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"At my 50th birthday recently, he made a speech in which he said I was like a big sister to him. He said I corrupted him, but he also admitted that he needed corrupting," she said.

Moving on to other more earthly topics, Ms Weir is quick to defend Prime Minister Gordon Brown's turbulent tenure at Number 10, with the prospect of a leadership fight from Primrose Hill's David Miliband.

"Gordon and Sarah are good friends and they're real people. I don't know enough about the nuances of politics to voice an opinion on Miliband, but I do know enough to say this: Brown is suffering from the Heat (magazine) generation," she states.

"Just because he doesn't look like a Fulham estate agent and wear Boden swimming trunks on holiday doesn't mean he can't be a top Prime Minister. It's all about style over content these days. But I think he must continue being true to himself because it never works if a politician tries to adopt a persona, like 'I-wanna-be-your-best-mate Blair', or 'hug-a-hoody Cameron'."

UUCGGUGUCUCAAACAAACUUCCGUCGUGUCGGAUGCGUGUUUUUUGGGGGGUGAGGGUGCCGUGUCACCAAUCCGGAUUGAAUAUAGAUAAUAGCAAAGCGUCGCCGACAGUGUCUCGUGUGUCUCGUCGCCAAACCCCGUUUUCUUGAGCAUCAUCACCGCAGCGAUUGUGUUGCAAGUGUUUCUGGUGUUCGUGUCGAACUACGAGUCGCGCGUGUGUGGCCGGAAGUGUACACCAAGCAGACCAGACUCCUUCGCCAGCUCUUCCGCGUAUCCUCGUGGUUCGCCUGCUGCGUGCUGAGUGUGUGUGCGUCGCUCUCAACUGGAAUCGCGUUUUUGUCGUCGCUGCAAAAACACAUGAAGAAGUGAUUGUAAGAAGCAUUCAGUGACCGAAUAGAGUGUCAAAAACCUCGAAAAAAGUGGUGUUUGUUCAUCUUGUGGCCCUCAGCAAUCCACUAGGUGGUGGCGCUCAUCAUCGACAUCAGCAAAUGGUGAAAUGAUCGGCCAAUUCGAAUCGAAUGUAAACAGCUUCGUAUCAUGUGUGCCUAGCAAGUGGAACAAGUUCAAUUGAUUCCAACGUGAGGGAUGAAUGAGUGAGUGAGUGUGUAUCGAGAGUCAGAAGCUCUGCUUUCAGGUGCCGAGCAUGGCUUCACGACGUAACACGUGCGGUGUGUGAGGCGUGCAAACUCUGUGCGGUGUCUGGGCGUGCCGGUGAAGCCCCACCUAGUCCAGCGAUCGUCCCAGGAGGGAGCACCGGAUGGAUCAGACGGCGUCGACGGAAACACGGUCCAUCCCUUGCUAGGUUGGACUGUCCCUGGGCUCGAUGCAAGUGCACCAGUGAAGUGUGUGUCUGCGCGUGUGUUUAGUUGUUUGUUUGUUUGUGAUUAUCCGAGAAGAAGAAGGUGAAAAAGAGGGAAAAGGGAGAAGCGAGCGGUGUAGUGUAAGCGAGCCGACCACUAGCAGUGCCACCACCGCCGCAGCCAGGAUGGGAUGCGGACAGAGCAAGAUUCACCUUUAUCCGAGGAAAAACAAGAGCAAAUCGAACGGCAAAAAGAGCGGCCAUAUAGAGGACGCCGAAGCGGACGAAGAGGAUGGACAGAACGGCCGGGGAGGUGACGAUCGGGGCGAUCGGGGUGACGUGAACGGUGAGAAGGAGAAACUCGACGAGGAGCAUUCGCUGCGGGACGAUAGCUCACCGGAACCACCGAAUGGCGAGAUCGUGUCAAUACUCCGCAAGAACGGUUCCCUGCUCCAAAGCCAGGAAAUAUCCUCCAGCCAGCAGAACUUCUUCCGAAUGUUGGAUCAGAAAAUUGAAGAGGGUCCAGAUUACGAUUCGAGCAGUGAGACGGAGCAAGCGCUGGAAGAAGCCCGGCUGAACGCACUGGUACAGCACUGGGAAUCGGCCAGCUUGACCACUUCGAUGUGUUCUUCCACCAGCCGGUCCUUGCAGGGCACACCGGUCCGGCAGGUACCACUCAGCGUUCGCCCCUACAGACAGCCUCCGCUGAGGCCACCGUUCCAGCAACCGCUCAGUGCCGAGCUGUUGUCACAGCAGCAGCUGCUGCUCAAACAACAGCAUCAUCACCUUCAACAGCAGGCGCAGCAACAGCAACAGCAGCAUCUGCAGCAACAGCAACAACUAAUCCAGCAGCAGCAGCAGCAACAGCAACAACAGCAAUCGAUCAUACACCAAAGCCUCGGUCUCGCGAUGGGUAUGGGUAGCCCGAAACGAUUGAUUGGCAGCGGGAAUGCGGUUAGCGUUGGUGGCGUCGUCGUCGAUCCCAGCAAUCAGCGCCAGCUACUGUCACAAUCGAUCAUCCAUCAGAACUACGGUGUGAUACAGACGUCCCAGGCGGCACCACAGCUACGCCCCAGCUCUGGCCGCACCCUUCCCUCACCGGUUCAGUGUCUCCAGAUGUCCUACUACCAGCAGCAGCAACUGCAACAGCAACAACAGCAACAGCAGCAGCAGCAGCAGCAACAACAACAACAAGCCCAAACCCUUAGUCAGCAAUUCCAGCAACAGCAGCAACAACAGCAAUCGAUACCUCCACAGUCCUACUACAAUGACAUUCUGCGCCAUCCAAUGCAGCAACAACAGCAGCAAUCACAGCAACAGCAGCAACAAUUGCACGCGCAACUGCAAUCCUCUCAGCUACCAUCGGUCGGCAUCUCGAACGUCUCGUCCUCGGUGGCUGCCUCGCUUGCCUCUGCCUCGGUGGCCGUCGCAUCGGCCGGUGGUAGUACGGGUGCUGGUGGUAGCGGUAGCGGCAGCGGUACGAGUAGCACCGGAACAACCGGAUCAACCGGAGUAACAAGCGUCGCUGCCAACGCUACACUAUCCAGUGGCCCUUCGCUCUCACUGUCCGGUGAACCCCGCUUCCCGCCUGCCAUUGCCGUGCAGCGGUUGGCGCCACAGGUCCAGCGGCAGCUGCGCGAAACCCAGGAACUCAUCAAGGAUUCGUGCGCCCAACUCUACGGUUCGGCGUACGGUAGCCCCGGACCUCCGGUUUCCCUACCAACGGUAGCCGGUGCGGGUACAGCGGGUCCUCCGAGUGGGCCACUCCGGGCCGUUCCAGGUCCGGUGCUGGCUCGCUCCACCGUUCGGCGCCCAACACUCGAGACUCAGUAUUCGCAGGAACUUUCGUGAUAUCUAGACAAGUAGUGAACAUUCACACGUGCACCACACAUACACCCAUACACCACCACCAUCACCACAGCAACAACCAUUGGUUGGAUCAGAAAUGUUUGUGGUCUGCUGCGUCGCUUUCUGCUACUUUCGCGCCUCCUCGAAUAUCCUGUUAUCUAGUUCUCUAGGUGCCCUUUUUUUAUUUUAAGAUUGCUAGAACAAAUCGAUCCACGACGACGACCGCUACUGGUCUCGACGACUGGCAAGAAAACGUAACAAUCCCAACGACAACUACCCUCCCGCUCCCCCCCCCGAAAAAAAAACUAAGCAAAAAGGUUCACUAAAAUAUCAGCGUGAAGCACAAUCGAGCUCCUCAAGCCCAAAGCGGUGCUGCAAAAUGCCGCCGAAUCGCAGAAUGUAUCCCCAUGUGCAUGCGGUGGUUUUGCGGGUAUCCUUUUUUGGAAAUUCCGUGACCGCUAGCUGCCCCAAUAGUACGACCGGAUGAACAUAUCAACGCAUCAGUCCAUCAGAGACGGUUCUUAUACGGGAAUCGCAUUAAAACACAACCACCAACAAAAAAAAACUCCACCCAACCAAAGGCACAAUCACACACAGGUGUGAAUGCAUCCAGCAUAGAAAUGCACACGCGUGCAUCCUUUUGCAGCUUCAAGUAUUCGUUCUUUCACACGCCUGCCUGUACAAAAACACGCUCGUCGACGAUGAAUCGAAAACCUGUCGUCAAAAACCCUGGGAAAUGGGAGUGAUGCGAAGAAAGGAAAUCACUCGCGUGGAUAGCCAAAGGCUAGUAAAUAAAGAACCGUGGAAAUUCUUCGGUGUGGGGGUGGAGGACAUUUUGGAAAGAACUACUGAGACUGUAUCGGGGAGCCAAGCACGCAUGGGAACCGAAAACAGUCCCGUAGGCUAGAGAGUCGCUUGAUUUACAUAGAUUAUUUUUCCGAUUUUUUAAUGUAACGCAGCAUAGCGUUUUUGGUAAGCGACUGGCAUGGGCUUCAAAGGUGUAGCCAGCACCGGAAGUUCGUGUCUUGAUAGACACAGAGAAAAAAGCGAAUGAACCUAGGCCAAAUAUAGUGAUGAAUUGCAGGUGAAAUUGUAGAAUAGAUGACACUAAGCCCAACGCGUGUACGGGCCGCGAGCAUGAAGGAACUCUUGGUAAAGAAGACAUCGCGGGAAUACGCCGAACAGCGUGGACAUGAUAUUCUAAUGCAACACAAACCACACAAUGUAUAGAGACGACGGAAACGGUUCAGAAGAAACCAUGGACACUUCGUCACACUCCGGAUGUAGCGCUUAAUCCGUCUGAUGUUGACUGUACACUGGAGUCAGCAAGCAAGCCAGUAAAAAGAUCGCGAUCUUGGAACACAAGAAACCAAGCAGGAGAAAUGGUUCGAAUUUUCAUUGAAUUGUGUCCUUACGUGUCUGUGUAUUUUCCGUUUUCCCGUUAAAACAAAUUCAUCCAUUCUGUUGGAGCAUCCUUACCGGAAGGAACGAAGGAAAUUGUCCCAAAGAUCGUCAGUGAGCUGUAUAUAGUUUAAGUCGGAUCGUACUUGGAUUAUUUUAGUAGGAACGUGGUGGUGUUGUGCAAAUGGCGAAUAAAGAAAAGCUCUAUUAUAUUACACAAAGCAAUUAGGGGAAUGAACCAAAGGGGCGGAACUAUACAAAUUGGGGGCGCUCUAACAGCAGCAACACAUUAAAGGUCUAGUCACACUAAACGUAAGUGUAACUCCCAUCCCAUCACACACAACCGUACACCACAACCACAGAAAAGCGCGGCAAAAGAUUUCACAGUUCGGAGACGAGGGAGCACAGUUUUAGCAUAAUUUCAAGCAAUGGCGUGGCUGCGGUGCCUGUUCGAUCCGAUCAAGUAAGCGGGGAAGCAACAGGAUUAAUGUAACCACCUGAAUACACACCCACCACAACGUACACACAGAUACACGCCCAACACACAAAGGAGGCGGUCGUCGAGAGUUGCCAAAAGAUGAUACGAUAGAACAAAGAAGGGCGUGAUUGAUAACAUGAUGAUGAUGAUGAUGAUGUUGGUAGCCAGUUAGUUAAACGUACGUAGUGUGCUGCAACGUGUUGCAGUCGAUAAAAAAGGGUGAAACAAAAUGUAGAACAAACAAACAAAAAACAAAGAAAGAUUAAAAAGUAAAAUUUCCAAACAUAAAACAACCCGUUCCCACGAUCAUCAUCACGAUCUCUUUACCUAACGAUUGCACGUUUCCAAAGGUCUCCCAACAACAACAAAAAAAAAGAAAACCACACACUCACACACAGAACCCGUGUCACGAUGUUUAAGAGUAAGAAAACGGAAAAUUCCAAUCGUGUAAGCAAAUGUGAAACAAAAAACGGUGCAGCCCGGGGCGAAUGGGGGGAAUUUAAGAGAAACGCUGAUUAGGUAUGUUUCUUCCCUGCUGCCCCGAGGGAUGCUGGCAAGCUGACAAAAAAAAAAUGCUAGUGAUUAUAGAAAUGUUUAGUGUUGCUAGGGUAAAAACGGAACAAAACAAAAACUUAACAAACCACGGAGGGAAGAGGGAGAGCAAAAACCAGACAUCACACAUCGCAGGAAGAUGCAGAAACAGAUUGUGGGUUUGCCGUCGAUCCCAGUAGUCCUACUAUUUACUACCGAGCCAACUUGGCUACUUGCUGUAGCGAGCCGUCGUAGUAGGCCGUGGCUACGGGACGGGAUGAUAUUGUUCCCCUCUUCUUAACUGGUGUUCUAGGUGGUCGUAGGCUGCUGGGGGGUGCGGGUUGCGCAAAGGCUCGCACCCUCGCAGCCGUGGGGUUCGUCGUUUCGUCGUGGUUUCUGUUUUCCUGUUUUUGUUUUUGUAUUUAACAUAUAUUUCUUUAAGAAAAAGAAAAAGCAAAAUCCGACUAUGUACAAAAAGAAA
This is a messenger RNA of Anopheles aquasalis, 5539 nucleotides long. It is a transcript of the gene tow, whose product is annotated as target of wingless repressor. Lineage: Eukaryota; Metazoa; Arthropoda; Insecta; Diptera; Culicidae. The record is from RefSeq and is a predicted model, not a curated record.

Being true to yourself is, Ms Weir believes, the key to happiness and success. And as someone who has experienced the peaks and troughs of acting, she should know.

Born to Scottish parents, the former British ambassador Sir Michael Weir and Alison Weir, an ex-A-level English teacher at Camden School for Girls, she spent much of her childhood vying for their affection. They divorced when she was nine, leaving her mother with two older sons, herself and her younger sister to bring up.

"I don't think she could cope with me and everything else that was going on, so when I was nine she sent me off to live with my father in the Middle East for a year," Ms Weir says.